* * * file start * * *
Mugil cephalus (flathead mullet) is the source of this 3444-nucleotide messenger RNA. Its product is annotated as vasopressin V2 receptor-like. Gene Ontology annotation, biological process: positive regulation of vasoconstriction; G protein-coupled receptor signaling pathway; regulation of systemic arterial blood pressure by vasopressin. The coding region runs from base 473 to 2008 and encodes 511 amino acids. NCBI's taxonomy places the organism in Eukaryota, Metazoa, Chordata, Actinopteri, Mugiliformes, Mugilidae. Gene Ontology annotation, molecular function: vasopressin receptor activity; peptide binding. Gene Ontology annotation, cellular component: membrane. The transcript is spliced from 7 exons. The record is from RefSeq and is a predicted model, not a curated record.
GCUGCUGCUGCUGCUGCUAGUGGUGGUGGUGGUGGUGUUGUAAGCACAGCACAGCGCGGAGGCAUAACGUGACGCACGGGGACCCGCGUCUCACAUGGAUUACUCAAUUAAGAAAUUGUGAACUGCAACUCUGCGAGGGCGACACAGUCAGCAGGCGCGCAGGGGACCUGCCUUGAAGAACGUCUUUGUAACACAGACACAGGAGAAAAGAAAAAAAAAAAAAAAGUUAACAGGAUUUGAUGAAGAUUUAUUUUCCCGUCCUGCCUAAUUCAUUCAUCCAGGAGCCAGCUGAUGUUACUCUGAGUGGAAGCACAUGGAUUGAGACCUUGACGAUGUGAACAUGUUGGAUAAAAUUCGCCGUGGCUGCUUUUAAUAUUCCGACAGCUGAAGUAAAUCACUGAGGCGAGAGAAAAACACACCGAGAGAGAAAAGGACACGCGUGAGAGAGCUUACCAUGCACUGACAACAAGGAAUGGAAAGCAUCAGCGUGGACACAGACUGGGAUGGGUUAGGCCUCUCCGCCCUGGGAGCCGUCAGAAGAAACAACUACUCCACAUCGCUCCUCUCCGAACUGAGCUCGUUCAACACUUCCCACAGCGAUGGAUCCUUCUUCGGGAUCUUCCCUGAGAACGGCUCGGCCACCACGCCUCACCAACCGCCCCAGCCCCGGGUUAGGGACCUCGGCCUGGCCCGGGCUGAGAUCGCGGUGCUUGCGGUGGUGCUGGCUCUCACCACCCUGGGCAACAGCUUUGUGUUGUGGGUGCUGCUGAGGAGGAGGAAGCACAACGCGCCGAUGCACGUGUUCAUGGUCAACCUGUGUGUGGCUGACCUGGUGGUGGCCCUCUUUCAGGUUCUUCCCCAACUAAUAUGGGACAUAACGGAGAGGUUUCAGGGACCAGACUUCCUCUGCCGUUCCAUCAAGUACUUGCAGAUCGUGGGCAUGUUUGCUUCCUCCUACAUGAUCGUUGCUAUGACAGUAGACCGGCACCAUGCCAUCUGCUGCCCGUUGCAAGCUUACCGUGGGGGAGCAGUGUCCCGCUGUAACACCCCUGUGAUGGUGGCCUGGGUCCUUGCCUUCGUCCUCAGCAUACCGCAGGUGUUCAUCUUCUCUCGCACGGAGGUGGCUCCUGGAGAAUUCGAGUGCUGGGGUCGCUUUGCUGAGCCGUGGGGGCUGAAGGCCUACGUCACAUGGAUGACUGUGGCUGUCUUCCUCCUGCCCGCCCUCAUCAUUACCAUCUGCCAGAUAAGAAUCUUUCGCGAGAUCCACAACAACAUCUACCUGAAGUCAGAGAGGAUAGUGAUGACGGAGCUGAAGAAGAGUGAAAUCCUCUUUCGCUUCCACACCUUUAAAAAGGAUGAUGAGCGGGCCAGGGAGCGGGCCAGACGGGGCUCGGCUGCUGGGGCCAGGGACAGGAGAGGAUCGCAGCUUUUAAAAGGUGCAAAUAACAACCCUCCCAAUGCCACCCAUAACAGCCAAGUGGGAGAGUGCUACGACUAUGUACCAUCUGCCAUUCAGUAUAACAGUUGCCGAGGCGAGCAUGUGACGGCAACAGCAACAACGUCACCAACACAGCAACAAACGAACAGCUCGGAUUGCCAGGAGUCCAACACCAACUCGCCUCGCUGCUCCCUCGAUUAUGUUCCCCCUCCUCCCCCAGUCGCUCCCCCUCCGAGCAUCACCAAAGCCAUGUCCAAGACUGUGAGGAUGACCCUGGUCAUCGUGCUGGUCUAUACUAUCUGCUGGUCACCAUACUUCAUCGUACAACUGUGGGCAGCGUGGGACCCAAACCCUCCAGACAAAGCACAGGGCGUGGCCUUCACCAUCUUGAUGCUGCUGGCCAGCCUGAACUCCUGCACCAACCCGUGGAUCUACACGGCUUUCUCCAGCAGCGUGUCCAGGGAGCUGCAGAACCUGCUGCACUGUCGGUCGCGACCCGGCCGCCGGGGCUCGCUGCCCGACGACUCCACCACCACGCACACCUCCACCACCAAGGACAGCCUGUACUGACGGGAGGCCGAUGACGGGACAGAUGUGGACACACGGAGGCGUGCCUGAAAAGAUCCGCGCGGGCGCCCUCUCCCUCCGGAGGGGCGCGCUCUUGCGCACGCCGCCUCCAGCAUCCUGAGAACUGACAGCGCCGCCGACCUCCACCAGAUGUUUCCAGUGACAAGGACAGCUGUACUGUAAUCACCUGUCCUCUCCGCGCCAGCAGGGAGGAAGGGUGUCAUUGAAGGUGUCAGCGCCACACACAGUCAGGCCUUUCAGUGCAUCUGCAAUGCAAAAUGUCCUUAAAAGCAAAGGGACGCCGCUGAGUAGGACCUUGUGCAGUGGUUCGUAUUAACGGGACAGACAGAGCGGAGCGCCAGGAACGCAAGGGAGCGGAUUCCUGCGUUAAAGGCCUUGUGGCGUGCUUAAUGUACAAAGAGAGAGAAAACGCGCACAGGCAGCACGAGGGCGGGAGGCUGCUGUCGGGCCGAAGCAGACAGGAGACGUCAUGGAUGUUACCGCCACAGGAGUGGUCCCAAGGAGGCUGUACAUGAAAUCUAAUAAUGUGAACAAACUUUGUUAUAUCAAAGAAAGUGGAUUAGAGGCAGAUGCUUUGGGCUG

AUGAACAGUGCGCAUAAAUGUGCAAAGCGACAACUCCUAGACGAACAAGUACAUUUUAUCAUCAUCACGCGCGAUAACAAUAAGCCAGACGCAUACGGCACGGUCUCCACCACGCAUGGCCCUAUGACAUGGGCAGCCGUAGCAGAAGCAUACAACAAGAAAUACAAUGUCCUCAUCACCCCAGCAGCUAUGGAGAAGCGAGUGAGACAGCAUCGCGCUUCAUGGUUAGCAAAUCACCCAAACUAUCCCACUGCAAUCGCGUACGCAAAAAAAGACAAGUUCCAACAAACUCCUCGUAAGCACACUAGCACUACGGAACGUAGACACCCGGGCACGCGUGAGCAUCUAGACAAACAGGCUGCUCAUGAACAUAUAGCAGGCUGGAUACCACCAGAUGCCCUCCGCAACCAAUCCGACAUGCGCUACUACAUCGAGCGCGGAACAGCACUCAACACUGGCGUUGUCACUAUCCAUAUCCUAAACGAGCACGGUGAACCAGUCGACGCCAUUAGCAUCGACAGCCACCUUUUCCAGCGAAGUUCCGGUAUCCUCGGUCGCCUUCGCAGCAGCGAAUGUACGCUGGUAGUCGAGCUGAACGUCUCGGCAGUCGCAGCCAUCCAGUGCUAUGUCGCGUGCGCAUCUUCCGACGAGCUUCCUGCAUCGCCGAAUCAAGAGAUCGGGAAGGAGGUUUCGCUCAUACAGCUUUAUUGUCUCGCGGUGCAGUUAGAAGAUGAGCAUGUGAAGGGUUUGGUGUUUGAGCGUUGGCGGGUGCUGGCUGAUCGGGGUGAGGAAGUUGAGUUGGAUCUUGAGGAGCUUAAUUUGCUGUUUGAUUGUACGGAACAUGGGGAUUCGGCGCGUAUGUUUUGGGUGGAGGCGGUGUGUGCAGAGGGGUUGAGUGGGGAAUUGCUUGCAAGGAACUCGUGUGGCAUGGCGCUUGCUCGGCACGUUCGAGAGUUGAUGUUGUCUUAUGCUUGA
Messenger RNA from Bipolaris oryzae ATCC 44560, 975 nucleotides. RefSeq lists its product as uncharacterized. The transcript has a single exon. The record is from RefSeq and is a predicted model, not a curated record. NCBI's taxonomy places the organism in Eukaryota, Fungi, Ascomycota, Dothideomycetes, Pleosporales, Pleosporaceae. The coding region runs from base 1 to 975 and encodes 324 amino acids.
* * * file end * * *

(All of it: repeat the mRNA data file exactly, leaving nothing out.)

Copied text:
Mugil cephalus (flathead mullet) is the source of this 3444-nucleotide messenger RNA. Its product is annotated as vasopressin V2 receptor-like. Gene Ontology annotation, biological process: positive regulation of vasoconstriction; G protein-coupled receptor signaling pathway; regulation of systemic arterial blood pressure by vasopressin. The coding region runs from base 473 to 2008 and encodes 511 amino acids. NCBI's taxonomy places the organism in Eukaryota, Metazoa, Chordata, Actinopteri, Mugiliformes, Mugilidae. Gene Ontology annotation, molecular function: vasopressin receptor activity; peptide binding. Gene Ontology annotation, cellular component: membrane. The transcript is spliced from 7 exons. The record is from RefSeq and is a predicted model, not a curated record.
GCUGCUGCUGCUGCUGCUAGUGGUGGUGGUGGUGGUGUUGUAAGCACAGCACAGCGCGGAGGCAUAACGUGACGCACGGGGACCCGCGUCUCACAUGGAUUACUCAAUUAAGAAAUUGUGAACUGCAACUCUGCGAGGGCGACACAGUCAGCAGGCGCGCAGGGGACCUGCCUUGAAGAACGUCUUUGUAACACAGACACAGGAGAAAAGAAAAAAAAAAAAAAAGUUAACAGGAUUUGAUGAAGAUUUAUUUUCCCGUCCUGCCUAAUUCAUUCAUCCAGGAGCCAGCUGAUGUUACUCUGAGUGGAAGCACAUGGAUUGAGACCUUGACGAUGUGAACAUGUUGGAUAAAAUUCGCCGUGGCUGCUUUUAAUAUUCCGACAGCUGAAGUAAAUCACUGAGGCGAGAGAAAAACACACCGAGAGAGAAAAGGACACGCGUGAGAGAGCUUACCAUGCACUGACAACAAGGAAUGGAAAGCAUCAGCGUGGACACAGACUGGGAUGGGUUAGGCCUCUCCGCCCUGGGAGCCGUCAGAAGAAACAACUACUCCACAUCGCUCCUCUCCGAACUGAGCUCGUUCAACACUUCCCACAGCGAUGGAUCCUUCUUCGGGAUCUUCCCUGAGAACGGCUCGGCCACCACGCCUCACCAACCGCCCCAGCCCCGGGUUAGGGACCUCGGCCUGGCCCGGGCUGAGAUCGCGGUGCUUGCGGUGGUGCUGGCUCUCACCACCCUGGGCAACAGCUUUGUGUUGUGGGUGCUGCUGAGGAGGAGGAAGCACAACGCGCCGAUGCACGUGUUCAUGGUCAACCUGUGUGUGGCUGACCUGGUGGUGGCCCUCUUUCAGGUUCUUCCCCAACUAAUAUGGGACAUAACGGAGAGGUUUCAGGGACCAGACUUCCUCUGCCGUUCCAUCAAGUACUUGCAGAUCGUGGGCAUGUUUGCUUCCUCCUACAUGAUCGUUGCUAUGACAGUAGACCGGCACCAUGCCAUCUGCUGCCCGUUGCAAGCUUACCGUGGGGGAGCAGUGUCCCGCUGUAACACCCCUGUGAUGGUGGCCUGGGUCCUUGCCUUCGUCCUCAGCAUACCGCAGGUGUUCAUCUUCUCUCGCACGGAGGUGGCUCCUGGAGAAUUCGAGUGCUGGGGUCGCUUUGCUGAGCCGUGGGGGCUGAAGGCCUACGUCACAUGGAUGACUGUGGCUGUCUUCCUCCUGCCCGCCCUCAUCAUUACCAUCUGCCAGAUAAGAAUCUUUCGCGAGAUCCACAACAACAUCUACCUGAAGUCAGAGAGGAUAGUGAUGACGGAGCUGAAGAAGAGUGAAAUCCUCUUUCGCUUCCACACCUUUAAAAAGGAUGAUGAGCGGGCCAGGGAGCGGGCCAGACGGGGCUCGGCUGCUGGGGCCAGGGACAGGAGAGGAUCGCAGCUUUUAAAAGGUGCAAAUAACAACCCUCCCAAUGCCACCCAUAACAGCCAAGUGGGAGAGUGCUACGACUAUGUACCAUCUGCCAUUCAGUAUAACAGUUGCCGAGGCGAGCAUGUGACGGCAACAGCAACAACGUCACCAACACAGCAACAAACGAACAGCUCGGAUUGCCAGGAGUCCAACACCAACUCGCCUCGCUGCUCCCUCGAUUAUGUUCCCCCUCCUCCCCCAGUCGCUCCCCCUCCGAGCAUCACCAAAGCCAUGUCCAAGACUGUGAGGAUGACCCUGGUCAUCGUGCUGGUCUAUACUAUCUGCUGGUCACCAUACUUCAUCGUACAACUGUGGGCAGCGUGGGACCCAAACCCUCCAGACAAAGCACAGGGCGUGGCCUUCACCAUCUUGAUGCUGCUGGCCAGCCUGAACUCCUGCACCAACCCGUGGAUCUACACGGCUUUCUCCAGCAGCGUGUCCAGGGAGCUGCAGAACCUGCUGCACUGUCGGUCGCGACCCGGCCGCCGGGGCUCGCUGCCCGACGACUCCACCACCACGCACACCUCCACCACCAAGGACAGCCUGUACUGACGGGAGGCCGAUGACGGGACAGAUGUGGACACACGGAGGCGUGCCUGAAAAGAUCCGCGCGGGCGCCCUCUCCCUCCGGAGGGGCGCGCUCUUGCGCACGCCGCCUCCAGCAUCCUGAGAACUGACAGCGCCGCCGACCUCCACCAGAUGUUUCCAGUGACAAGGACAGCUGUACUGUAAUCACCUGUCCUCUCCGCGCCAGCAGGGAGGAAGGGUGUCAUUGAAGGUGUCAGCGCCACACACAGUCAGGCCUUUCAGUGCAUCUGCAAUGCAAAAUGUCCUUAAAAGCAAAGGGACGCCGCUGAGUAGGACCUUGUGCAGUGGUUCGUAUUAACGGGACAGACAGAGCGGAGCGCCAGGAACGCAAGGGAGCGGAUUCCUGCGUUAAAGGCCUUGUGGCGUGCUUAAUGUACAAAGAGAGAGAAAACGCGCACAGGCAGCACGAGGGCGGGAGGCUGCUGUCGGGCCGAAGCAGACAGGAGACGUCAUGGAUGUUACCGCCACAGGAGUGGUCCCAAGGAGGCUGUACAUGAAAUCUAAUAAUGUGAACAAACUUUGUUAUAUCAAAGAAAGUGGAUUAGAGGCAGAUGCUUUGGGCUG

AUGAACAGUGCGCAUAAAUGUGCAAAGCGACAACUCCUAGACGAACAAGUACAUUUUAUCAUCAUCACGCGCGAUAACAAUAAGCCAGACGCAUACGGCACGGUCUCCACCACGCAUGGCCCUAUGACAUGGGCAGCCGUAGCAGAAGCAUACAACAAGAAAUACAAUGUCCUCAUCACCCCAGCAGCUAUGGAGAAGCGAGUGAGACAGCAUCGCGCUUCAUGGUUAGCAAAUCACCCAAACUAUCCCACUGCAAUCGCGUACGCAAAAAAAGACAAGUUCCAACAAACUCCUCGUAAGCACACUAGCACUACGGAACGUAGACACCCGGGCACGCGUGAGCAUCUAGACAAACAGGCUGCUCAUGAACAUAUAGCAGGCUGGAUACCACCAGAUGCCCUCCGCAACCAAUCCGACAUGCGCUACUACAUCGAGCGCGGAACAGCACUCAACACUGGCGUUGUCACUAUCCAUAUCCUAAACGAGCACGGUGAACCAGUCGACGCCAUUAGCAUCGACAGCCACCUUUUCCAGCGAAGUUCCGGUAUCCUCGGUCGCCUUCGCAGCAGCGAAUGUACGCUGGUAGUCGAGCUGAACGUCUCGGCAGUCGCAGCCAUCCAGUGCUAUGUCGCGUGCGCAUCUUCCGACGAGCUUCCUGCAUCGCCGAAUCAAGAGAUCGGGAAGGAGGUUUCGCUCAUACAGCUUUAUUGUCUCGCGGUGCAGUUAGAAGAUGAGCAUGUGAAGGGUUUGGUGUUUGAGCGUUGGCGGGUGCUGGCUGAUCGGGGUGAGGAAGUUGAGUUGGAUCUUGAGGAGCUUAAUUUGCUGUUUGAUUGUACGGAACAUGGGGAUUCGGCGCGUAUGUUUUGGGUGGAGGCGGUGUGUGCAGAGGGGUUGAGUGGGGAAUUGCUUGCAAGGAACUCGUGUGGCAUGGCGCUUGCUCGGCACGUUCGAGAGUUGAUGUUGUCUUAUGCUUGA
Messenger RNA from Bipolaris oryzae ATCC 44560, 975 nucleotides. RefSeq lists its product as uncharacterized. The transcript has a single exon. The record is from RefSeq and is a predicted model, not a curated record. NCBI's taxonomy places the organism in Eukaryota, Fungi, Ascomycota, Dothideomycetes, Pleosporales, Pleosporaceae. The coding region runs from base 1 to 975 and encodes 324 amino acids.